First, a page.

• Any resize action will match to the NEAREST template (see reduce vMem example above. Because there are no templates between 16Gb to 12 Gb VMem, you saw a recommendation to basically leave it as is in terms of the VMem value – actually in this case the vCPU goes up from 4 to 6, which is not seen because VCPU is not the commodity that is responsible for the desired state).  Note that you may see a resize action to then go from one template to the same one, and the tool tip in the action will tell you what the desired value is even if there is no template.
  • Will not resize down below peak, and other resizing refer to the Workload Rightsizing post here https://greencircle.vmturbo.com/community/products/blog/2015/02/15/workload-rightsizing-and-vmturbo
  • If the current VM configuration does NOT equal a template (that is resize enabled) then the FROM is blank in the UI and in the VM Rightsizing Report.  You can mouse over the descriptions to see more info.
  • Resize to template is automatically enabled if there is a CloudStack or OpenStack target and the CloudStack/OpenStack VM templates are used for all workload being managed by that VMTurbo server. If you wish to separate these, then set up CloudStack/OpenStack targets to be in a separate VMTurbo, which can be aggregated.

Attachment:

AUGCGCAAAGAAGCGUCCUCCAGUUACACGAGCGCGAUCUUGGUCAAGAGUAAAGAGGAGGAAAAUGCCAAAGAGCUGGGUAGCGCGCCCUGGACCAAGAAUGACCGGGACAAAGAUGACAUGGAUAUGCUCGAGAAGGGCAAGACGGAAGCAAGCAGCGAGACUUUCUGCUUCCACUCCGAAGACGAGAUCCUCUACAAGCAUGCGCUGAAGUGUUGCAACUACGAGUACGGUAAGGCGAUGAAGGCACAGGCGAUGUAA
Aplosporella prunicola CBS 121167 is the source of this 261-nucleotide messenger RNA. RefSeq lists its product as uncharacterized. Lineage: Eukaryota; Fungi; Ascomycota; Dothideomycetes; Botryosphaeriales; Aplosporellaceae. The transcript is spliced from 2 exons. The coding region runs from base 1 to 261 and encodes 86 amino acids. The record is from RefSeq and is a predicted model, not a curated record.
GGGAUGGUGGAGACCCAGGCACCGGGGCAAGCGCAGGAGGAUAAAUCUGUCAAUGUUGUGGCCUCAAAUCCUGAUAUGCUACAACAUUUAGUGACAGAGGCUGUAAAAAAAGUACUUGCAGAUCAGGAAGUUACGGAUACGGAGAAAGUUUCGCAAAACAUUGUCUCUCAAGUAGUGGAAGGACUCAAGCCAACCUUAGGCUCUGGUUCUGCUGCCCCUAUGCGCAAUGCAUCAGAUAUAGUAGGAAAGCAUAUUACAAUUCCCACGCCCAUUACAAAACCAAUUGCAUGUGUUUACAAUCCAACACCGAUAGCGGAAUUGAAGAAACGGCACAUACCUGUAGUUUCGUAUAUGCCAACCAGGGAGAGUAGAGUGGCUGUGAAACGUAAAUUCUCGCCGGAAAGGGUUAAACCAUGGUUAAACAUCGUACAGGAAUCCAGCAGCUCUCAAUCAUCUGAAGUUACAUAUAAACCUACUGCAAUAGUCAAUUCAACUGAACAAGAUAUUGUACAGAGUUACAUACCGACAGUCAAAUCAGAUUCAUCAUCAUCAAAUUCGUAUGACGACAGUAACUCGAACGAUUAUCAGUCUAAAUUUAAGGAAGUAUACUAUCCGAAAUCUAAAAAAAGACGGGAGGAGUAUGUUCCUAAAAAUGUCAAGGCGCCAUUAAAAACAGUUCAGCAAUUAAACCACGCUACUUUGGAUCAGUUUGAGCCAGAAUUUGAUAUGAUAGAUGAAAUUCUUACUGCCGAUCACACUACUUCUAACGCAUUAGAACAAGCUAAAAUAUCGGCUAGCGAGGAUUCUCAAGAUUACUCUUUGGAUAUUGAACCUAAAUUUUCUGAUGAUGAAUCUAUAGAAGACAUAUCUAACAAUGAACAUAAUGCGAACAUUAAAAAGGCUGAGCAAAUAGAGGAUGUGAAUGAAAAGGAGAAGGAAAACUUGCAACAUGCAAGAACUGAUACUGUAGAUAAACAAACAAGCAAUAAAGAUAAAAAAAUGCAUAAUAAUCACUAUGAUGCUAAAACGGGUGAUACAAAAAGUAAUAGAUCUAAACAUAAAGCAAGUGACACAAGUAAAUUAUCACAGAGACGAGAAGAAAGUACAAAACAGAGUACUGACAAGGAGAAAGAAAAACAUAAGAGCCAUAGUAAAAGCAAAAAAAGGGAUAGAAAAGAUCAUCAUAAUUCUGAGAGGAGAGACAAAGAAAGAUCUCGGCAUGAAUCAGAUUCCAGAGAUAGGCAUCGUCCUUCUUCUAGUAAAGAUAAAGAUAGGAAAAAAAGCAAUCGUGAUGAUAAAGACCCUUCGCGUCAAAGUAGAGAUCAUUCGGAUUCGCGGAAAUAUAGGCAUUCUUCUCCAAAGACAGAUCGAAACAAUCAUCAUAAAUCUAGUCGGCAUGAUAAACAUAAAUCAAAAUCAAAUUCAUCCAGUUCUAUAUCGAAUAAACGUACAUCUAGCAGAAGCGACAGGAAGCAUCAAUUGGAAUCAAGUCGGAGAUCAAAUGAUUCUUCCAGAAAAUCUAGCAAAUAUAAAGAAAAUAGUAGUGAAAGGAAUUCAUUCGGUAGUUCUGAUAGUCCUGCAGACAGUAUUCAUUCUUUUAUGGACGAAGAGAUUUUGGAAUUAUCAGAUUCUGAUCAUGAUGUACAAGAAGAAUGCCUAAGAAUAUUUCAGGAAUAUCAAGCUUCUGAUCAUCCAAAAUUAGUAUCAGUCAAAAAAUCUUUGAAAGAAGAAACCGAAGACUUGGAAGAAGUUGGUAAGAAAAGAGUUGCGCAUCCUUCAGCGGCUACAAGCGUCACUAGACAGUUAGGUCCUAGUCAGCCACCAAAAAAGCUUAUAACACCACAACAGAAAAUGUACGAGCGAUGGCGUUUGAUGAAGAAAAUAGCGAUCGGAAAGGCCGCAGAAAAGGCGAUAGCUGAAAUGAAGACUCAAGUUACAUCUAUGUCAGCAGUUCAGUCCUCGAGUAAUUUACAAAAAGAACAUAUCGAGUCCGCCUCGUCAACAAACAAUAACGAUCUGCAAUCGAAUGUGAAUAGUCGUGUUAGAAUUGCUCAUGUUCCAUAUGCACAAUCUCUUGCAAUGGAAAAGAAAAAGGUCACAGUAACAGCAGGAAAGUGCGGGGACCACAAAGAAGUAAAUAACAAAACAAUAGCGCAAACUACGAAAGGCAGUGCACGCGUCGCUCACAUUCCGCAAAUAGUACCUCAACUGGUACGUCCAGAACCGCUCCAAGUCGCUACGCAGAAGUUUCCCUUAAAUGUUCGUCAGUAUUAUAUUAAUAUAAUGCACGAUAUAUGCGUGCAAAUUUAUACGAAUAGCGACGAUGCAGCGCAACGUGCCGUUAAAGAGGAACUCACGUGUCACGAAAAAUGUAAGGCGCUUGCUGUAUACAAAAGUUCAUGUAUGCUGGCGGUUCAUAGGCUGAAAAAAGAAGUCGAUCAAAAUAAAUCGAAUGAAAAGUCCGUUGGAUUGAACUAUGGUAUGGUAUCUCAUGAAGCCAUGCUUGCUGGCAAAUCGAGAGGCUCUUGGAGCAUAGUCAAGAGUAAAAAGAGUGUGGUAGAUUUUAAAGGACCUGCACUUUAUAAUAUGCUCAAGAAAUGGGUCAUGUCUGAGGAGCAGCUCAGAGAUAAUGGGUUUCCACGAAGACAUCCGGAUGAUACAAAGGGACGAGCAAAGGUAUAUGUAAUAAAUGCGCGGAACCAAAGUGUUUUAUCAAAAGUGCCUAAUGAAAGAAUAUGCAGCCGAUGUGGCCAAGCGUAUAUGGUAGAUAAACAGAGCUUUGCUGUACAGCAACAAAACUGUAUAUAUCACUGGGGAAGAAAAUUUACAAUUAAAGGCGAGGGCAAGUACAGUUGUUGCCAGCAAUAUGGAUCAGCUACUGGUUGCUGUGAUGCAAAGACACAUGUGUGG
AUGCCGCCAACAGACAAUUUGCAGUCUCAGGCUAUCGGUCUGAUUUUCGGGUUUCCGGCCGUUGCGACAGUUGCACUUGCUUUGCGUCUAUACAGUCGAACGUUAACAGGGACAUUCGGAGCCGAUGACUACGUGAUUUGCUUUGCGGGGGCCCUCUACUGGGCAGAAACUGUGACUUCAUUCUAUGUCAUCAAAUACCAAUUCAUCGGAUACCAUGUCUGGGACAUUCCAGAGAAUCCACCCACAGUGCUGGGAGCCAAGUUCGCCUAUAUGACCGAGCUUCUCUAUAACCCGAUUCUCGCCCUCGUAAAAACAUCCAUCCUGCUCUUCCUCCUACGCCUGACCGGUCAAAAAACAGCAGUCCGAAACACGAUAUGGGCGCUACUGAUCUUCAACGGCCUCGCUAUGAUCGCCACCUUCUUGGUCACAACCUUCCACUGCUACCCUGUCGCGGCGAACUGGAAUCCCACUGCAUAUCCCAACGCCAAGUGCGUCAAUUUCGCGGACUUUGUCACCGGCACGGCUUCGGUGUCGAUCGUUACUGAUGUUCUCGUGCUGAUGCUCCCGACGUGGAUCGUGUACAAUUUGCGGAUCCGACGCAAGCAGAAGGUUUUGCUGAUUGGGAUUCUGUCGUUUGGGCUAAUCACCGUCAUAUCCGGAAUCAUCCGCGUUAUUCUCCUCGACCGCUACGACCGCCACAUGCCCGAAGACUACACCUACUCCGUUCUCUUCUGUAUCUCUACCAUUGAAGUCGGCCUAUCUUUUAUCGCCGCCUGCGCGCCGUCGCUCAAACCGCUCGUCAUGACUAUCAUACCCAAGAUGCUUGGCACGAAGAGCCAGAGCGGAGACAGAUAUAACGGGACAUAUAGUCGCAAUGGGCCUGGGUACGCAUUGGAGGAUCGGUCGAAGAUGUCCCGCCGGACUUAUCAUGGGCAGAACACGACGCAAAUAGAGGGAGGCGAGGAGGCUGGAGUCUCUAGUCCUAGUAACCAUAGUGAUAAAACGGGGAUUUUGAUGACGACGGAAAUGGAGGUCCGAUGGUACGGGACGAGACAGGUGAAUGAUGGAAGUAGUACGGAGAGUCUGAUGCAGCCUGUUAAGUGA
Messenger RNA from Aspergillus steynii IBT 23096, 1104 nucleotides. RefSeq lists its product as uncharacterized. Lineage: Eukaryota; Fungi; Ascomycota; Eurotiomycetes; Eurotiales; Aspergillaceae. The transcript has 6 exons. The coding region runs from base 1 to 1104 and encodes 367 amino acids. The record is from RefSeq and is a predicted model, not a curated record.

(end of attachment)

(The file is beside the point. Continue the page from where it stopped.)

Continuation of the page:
• If you have workloads defined with reservations or limits, those resources are right-sized based on those values and not templates. These screenshots show this behavior:

 

Performance Assurance Examples:

Efficiency Recommendations Example:

 

 

 

Other Template Modification Options: Utilization Factors.

Since you are modifying the templates configuration files for Resizing, you can also consider if you would like to modify the template to represent a specific utilization value for vMEM and vCPU commodities that will be a factor when these templates are used for Planning purposes and for VM Headroom analysis.